The real Californian and national vision is to generate opportunities throughout the United States for grants and private funding for homelessness and low-income housing and combine these work opportunities with Regenerative Agriculture (RA) and other clean energy sources for the homeless. It is quite clear that the portion of the homeless population that isn’t dealing with the more severe issues of addiction or serious mental illness and a larger percentage of those that are low income are ripe candidates for this kind of community and work opportunity.
According to numerous studies, the average homeless person costs the government and the taxpayers $3000 a month. The biggest tragedy about the cost of allowing poverty to exist is that in the majority of situations it can easily be solved. Whether it’s job training or giving people opportunities to work in so many areas that can set them up for success — we have not focused on eliminating poverty as our true priority. This could be in training for clean energy, regenerative agriculture, transportation, infrastructure, and so much more.
A change in how we, as a society, relate to our wealth and power and practical compassion lie at the heart of a solution to homelessness. To reduce or even eliminate a social issue as pervasive as homelessness will take the combined efforts of government, philanthropic, corporate, and private organizations along with a change in how we, as a society, view our relationship with our fellow human beings and our relationship to wealth and power.
The diversity of the homeless population creates natural obstacles to needed services. Limited funds, space, and human resources put a strain on the very people and organizations striving to connect this vulnerable group with the assistance they need. Part of those challenges comes from the diverse range of people in the homeless population.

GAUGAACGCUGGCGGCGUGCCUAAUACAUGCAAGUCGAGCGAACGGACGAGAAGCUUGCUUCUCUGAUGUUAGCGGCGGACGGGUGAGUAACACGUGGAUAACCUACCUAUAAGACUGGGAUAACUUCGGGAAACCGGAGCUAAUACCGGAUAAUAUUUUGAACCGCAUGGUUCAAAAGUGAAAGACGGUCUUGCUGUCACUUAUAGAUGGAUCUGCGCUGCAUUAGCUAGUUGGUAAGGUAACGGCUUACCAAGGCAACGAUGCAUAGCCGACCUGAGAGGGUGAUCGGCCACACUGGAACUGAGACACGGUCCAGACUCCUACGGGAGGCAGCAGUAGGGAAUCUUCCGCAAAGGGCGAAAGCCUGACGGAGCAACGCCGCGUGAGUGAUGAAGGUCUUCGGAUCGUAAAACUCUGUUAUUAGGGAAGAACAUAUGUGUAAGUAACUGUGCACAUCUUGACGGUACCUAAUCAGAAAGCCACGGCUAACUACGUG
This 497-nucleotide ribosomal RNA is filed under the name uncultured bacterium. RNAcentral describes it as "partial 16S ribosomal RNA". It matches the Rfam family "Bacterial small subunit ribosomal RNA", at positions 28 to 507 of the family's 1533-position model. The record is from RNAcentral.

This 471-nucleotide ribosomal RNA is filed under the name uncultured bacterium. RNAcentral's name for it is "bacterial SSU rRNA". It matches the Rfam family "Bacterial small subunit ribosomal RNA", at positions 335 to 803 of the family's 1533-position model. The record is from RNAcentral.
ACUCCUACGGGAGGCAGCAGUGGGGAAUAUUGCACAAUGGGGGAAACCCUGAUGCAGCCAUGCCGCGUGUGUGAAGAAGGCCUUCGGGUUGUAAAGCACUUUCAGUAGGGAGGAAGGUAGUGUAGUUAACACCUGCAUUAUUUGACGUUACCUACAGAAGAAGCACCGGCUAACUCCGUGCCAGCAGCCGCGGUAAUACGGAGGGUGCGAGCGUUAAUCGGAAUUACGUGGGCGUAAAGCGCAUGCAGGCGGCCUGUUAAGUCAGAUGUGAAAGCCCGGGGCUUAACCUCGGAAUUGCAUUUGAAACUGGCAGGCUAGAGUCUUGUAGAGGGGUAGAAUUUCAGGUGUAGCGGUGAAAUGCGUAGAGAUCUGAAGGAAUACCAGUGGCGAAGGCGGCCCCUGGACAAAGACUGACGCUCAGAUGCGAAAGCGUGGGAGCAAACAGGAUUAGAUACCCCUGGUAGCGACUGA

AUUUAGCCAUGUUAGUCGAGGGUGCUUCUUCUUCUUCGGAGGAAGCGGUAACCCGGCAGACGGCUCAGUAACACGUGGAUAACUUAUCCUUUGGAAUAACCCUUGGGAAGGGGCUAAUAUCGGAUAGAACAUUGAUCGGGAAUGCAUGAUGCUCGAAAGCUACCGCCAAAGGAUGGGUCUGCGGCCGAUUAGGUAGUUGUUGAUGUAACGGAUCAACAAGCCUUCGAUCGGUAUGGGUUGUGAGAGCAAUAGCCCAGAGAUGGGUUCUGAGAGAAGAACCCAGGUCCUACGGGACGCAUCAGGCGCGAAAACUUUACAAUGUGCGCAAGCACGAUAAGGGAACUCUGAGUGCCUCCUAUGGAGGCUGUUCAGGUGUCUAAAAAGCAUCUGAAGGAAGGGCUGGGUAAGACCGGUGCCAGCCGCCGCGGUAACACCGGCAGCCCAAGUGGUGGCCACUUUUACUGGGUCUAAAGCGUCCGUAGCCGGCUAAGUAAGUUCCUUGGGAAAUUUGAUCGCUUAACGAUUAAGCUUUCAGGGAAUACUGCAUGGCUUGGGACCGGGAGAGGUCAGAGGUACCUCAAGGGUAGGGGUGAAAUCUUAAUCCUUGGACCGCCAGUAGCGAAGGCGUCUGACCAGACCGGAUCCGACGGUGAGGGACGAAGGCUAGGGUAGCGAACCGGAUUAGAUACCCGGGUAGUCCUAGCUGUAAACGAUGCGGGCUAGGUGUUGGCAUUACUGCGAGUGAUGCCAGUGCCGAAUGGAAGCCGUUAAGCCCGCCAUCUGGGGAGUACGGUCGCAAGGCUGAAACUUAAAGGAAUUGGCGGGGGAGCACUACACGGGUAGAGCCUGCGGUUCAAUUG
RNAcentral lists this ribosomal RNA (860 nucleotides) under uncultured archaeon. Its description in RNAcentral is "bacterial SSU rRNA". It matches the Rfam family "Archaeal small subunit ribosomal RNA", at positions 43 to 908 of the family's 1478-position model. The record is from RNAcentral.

Wealth, the acquiring, retaining, and consuming of it, stands as one of the most pervasive forms of approved societal addiction since the beginning of civilization. The symptoms of a society ripening for an addiction-fed decline are not obvious because they subtly hide behind validation, idealization, stereotypes, and social structures.
Homelessness not only exists in our country and world today but has been a major destructive part of human psychology for centuries. It is a symptom of a pervasive problem that relates to attitudes and perceptions surrounding wealth and power. Society has taken the approach of treating the symptom but does not acknowledge or take into account the root of the illness — addiction to wealth and power.
A growing homeless population, the need for social distance, and overcrowded shelters have left some cities looking for alternative solutions like a block of motel rooms or purchasing entire motels to temporarily house the homeless. Hotel renovations or new builds can cost hundreds of thousands of dollars per unit and take months to complete.